GAMERS WELCOME: Online games connect students, teachers, siblings nationwide

There is one place you can find friends playing from Washington to Mexico in one place. That place is Xbox live.
The community clan of Xgc (Xbox gaming community) is headed by sophomore Eli Day, known online as Xgc divine. Day and his friends play often during the weekdays on mainstream games such as Call of Duty and most of the time on weekends. The clan consists of about 25 members from all over North America.
“We want to become competitive, but some of our players aren’t very good,” Day said.
Senior Brandon Rogers shares enthusiasm in playing video games.
“You can blow off a lot of steam on games,” he said.
There is more to just blowing off steam on games for Rogers.
“You can really develop valuable relationships. I play with the same group of kids, and I have never met most of them. You can also learn a lot from games, in a weird way. The stories can provide insight into a lot of different things,” Rogers said.
Day and his friends spend their time working together as a team, hanging out and trying to beat the competition. Add Day online to get more information about playing.
Teacher Scott Clapp has been playing video games since the 1980’s. He started off in the old arcades when graphics were better there than on gaming consoles. Since then times have changed, and so have games.
Clapp plays with a group of friends around and under his age in a clan known as “middle-aged mayhem.”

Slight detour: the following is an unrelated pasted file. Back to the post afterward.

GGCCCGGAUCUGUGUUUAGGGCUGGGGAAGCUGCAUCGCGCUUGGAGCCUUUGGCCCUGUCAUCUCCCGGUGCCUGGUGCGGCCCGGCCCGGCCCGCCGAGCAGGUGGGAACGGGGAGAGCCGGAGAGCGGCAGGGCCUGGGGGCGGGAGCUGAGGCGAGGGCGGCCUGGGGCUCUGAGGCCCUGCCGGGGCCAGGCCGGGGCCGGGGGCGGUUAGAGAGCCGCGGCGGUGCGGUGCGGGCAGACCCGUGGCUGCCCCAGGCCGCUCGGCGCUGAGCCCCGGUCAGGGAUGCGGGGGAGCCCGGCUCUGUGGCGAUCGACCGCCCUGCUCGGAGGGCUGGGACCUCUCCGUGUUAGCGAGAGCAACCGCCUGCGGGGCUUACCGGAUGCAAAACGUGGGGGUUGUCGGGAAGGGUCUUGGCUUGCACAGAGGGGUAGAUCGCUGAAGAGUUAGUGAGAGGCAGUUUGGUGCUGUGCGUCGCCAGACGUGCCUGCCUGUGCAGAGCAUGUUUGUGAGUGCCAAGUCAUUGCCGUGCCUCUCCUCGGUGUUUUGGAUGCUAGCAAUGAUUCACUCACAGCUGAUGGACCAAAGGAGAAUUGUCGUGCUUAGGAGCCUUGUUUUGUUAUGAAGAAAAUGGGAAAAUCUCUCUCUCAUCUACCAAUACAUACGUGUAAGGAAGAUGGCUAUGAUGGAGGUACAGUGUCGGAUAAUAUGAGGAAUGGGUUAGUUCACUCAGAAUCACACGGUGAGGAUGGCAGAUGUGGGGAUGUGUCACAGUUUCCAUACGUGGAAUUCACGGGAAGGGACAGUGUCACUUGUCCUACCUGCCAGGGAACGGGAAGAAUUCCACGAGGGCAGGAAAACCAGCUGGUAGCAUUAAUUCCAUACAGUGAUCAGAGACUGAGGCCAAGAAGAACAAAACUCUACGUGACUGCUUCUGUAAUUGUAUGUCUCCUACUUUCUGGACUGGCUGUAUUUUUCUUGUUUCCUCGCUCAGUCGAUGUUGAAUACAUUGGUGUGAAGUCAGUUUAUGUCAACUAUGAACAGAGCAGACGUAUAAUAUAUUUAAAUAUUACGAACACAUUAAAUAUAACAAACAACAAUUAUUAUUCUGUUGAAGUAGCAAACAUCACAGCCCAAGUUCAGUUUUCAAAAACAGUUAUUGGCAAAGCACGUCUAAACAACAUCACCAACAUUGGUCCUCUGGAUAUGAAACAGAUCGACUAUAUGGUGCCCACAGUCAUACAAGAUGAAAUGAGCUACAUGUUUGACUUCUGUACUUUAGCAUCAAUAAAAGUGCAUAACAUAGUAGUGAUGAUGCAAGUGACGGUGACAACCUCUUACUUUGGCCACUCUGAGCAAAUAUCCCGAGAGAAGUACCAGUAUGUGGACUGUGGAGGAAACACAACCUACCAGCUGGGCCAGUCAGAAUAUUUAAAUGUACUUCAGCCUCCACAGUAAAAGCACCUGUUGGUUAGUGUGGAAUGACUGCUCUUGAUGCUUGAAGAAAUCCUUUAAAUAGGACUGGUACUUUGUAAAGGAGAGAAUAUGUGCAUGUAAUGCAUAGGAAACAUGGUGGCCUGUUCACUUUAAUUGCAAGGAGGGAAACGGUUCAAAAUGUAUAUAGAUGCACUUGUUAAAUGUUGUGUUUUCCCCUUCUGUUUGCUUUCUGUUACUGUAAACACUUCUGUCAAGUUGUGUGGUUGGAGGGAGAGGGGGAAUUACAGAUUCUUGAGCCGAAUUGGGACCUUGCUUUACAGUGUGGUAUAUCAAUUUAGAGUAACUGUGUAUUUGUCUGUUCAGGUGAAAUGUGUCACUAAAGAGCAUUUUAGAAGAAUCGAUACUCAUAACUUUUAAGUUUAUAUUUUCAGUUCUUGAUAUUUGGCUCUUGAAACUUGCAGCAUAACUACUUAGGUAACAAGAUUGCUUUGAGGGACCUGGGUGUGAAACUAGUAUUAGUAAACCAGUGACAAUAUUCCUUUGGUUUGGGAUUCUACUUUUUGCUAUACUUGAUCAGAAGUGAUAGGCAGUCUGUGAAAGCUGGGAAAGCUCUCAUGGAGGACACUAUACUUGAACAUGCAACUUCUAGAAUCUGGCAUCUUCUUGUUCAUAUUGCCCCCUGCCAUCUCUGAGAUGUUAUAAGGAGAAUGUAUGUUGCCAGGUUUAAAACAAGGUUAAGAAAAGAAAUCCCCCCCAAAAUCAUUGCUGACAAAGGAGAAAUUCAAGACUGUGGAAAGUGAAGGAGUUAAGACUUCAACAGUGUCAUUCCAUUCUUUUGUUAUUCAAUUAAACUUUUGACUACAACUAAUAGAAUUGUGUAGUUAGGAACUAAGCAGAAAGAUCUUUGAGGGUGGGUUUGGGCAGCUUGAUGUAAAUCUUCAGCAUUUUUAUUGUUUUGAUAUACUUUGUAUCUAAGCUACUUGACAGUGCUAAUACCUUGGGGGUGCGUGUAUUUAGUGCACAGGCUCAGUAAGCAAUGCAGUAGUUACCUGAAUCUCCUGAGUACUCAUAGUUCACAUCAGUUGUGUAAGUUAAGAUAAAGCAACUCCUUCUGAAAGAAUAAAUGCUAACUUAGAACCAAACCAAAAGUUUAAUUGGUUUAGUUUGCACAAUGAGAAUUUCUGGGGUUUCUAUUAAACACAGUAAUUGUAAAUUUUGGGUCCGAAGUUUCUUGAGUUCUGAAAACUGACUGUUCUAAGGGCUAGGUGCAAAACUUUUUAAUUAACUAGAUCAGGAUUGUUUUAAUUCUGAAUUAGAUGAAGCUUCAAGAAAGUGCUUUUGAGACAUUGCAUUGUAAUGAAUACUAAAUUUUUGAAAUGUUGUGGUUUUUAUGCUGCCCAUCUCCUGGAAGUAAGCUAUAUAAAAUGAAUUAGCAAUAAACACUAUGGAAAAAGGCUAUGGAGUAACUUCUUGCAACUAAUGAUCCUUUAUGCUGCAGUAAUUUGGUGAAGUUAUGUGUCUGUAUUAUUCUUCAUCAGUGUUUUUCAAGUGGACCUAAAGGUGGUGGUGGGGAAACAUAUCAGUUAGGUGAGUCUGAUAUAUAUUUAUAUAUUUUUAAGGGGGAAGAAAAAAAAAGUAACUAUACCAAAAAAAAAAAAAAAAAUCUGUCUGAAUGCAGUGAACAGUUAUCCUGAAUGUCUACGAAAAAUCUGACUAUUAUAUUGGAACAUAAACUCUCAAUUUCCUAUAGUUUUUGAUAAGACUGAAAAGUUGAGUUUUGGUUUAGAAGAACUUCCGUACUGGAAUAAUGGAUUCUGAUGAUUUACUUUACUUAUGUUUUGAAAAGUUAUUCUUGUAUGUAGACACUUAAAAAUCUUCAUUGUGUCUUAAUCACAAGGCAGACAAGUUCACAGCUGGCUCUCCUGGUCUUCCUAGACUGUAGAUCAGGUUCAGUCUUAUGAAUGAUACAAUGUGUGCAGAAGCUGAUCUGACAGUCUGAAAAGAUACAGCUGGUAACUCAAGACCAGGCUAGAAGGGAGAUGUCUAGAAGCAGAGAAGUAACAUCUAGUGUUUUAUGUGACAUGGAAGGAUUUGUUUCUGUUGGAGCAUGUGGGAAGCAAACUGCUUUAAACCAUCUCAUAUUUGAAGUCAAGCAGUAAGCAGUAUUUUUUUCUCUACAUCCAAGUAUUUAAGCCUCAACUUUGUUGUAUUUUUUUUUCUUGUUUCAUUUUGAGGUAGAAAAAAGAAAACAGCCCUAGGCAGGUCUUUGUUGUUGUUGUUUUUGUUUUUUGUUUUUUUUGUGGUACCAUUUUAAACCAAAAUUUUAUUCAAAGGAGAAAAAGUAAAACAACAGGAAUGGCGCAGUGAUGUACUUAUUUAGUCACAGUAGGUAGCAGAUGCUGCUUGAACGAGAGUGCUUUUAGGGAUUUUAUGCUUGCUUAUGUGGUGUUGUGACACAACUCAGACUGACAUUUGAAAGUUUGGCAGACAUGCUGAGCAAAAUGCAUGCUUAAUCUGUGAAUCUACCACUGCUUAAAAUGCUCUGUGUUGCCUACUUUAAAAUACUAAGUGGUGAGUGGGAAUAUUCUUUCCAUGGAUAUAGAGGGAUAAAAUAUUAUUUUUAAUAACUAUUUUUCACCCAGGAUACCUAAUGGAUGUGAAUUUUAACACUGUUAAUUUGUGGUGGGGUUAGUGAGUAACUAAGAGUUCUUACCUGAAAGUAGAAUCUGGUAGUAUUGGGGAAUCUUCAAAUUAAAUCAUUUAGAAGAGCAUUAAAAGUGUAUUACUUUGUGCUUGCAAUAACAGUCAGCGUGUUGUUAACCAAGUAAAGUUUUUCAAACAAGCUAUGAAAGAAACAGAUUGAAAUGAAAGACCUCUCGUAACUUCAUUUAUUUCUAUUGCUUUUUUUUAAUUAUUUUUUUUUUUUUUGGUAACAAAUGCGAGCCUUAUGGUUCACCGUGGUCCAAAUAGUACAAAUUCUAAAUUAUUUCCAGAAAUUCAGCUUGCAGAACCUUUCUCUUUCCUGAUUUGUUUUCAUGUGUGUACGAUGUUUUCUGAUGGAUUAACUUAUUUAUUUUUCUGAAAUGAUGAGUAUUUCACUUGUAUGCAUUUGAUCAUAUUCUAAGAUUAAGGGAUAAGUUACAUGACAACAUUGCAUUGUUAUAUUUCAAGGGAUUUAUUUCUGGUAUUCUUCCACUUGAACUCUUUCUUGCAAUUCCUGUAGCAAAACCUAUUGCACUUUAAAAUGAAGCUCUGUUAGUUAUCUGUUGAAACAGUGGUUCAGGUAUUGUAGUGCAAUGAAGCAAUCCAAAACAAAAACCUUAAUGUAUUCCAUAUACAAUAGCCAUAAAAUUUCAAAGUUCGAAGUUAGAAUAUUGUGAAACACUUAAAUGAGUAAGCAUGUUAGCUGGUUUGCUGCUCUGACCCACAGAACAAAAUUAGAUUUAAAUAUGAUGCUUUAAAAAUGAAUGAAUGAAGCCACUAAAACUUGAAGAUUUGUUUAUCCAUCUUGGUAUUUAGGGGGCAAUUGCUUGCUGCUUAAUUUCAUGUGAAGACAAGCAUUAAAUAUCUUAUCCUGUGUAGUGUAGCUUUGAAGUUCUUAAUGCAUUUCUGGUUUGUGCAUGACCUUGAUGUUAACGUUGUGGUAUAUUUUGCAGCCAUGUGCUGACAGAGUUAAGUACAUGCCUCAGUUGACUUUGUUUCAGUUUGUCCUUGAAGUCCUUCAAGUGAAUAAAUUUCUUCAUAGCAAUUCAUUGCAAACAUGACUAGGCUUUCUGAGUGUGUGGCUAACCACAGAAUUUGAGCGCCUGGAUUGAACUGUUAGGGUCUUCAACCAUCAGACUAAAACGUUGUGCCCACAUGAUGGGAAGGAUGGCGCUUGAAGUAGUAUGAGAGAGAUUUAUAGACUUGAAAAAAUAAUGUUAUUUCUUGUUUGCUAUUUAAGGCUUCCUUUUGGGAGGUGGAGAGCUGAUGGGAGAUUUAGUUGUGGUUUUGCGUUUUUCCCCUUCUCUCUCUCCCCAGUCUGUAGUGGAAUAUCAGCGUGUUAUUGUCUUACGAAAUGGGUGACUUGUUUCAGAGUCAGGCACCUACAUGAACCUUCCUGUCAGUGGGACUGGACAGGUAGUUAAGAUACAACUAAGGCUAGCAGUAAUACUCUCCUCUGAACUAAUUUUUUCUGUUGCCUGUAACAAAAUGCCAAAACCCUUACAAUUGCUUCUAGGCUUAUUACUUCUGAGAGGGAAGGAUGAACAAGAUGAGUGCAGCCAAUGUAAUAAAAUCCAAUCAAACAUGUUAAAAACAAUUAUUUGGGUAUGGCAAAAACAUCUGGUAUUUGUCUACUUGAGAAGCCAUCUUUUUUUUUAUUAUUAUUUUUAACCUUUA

“I enjoy the social aspect. It is place where I can converse with my friends and talk about things happening around the world,” Clapp said.
Clapp is not the only teacher with a passion for gaming, geology teacher Chris Hibbert does not only play games, he builds his own gaming systems.
“I can build a PC that plays almost all of the Xbox games but is much faster,” Hibbert said.
“You can look it up and read how to do it in 15 minutes,” he said.
Hibbert said that some people spend close to $7,500 on building their own PC gaming systems. Hibbert’s own system is expensive, but not that expensive.
“I got the first Wii that was sold in Great Falls. I spent 36 hours in line waiting for it,” Hibbert said.
He has had every Nintendo system on its day of release and will continue to do so.
Why Nintendo?
“I have just always been a Nintendo fan but also the characters are all so unique and recognizable,” he said.
Both Clapp and Hibbert agree that games are going to revolutionize the world.
“We are going to merge the real world with the virtual world,” Hibbert said.
Hibbert explains how we are not far away from putting on glasses and playing war games out in the park or using virtual reality to improve surgery. According to him, it is not that far away considering how far we have come in the last 30 years.
But for now they will all just enjoy their games with their friends. Hibbert spends a lot of time playing with his brother who lives in Bozeman.
“Games make it seem like we’re together. It’s like were in the same room playing a game together like we used to.”